“But if employers see the changes as a green light to force workers back to work before they are well enough to return, in the long run, it will only lead to increased sickness absence and unnecessary conflict.”

The DWP guidance is clear that if it is not possible for the employer to provide the support suggested, s/he and the employee should use the statement as if the doctor had advised ‘not fit for work’. Similarly, if the doctor advises that the employee may be fit for work but he or she remains off because the employer cannot provide the necessary support, or make the recommended adaptations, the advice should be considered the same as ‘not fit for work’.

In terms of how long any support or adaptations should last, the doctor will indicate on the statement a time period during which their advice is applicable. When agreeing a return-to-work plan, says the guidance, the employer should be clear on the length of time for which support will be provided. If the employee cannot then return to their normal duties further discussion with them, or alternative temporary measures will be necessary, or the long-term effects of their health condition on their job will need to be evaluated.

Employers who feel that someone is fit for work even though a GP says they only ‘may be’, or those who simply want to be sure that their employee is fully ready to return to the workplace, can enter into a private arrangement with a GP or occupational-health specialist for a ‘second opinion’. The same advice applies if the employer offers support, or adaptations that the employee does not feel are adequate.

Commenting on the guidance, the CIPD’s senior public policy advisor, Ben Wilmott, said: “The new fit note will encourage more employers to help people with health conditions make an early phased return to work as part of their rehabilitation and recovery. It will prompt all GPs to start a conversation with their patients about the possibility of a phased return to work, and also provides them with a framework to suggest possible workplace adjustments for employers to consider.”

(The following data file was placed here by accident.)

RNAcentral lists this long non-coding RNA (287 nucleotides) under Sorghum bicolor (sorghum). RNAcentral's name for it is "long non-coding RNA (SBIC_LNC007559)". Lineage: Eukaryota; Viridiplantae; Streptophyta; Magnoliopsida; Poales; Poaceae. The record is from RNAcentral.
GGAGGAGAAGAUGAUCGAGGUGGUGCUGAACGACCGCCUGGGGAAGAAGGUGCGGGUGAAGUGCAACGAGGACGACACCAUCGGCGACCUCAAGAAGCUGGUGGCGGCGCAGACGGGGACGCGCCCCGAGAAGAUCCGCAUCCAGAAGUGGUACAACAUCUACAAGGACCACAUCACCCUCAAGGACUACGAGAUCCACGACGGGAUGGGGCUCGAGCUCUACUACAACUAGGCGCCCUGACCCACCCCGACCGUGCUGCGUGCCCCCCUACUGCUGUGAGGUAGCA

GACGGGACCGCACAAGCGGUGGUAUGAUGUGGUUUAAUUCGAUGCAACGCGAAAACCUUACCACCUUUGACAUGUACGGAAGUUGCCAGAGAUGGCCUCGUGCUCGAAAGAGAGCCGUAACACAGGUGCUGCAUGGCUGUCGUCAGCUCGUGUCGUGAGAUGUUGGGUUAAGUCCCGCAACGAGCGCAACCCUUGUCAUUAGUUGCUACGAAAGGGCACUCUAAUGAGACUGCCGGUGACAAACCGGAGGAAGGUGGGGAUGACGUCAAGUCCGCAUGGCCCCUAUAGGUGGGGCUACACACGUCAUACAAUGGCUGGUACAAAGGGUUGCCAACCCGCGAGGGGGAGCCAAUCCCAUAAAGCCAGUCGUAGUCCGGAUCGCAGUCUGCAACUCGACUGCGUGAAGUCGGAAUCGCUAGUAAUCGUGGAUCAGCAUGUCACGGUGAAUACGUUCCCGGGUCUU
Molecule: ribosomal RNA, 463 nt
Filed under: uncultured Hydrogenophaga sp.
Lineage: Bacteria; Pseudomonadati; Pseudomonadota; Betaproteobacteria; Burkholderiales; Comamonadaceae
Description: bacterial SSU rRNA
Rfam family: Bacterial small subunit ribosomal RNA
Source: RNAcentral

Mary Boughton, health and safety chair of the FSB, added: “Encouraging employees to do what they can within their jobs while they are not 100-per-cent fit is good for business and the wider community. The FSB has been calling for its introduction for years. Small firms now need to check the ‘fit note’ guidance to make themselves aware of what it means for them.”


Dame Carol Black, who came up with the idea of the fit note as part of her review of the health of Britain’s working-age population, said: “Work plays a significant role in determining a person’s health. The fit note is a hugely important development, which means that GPs will be encouraged to think about their patient’s ability to work and provide more helpful information to patients to discuss with their employer. This is why the fit note is a win-win for both employees and employers.”

The DWP is also reminding small and medium-sized businesses that the occupational health advice line will be providing help on the new system, and it has announced that this service, which is currently being piloted in nine locations throughout Britain, will be rolled out nationwide from 1 April.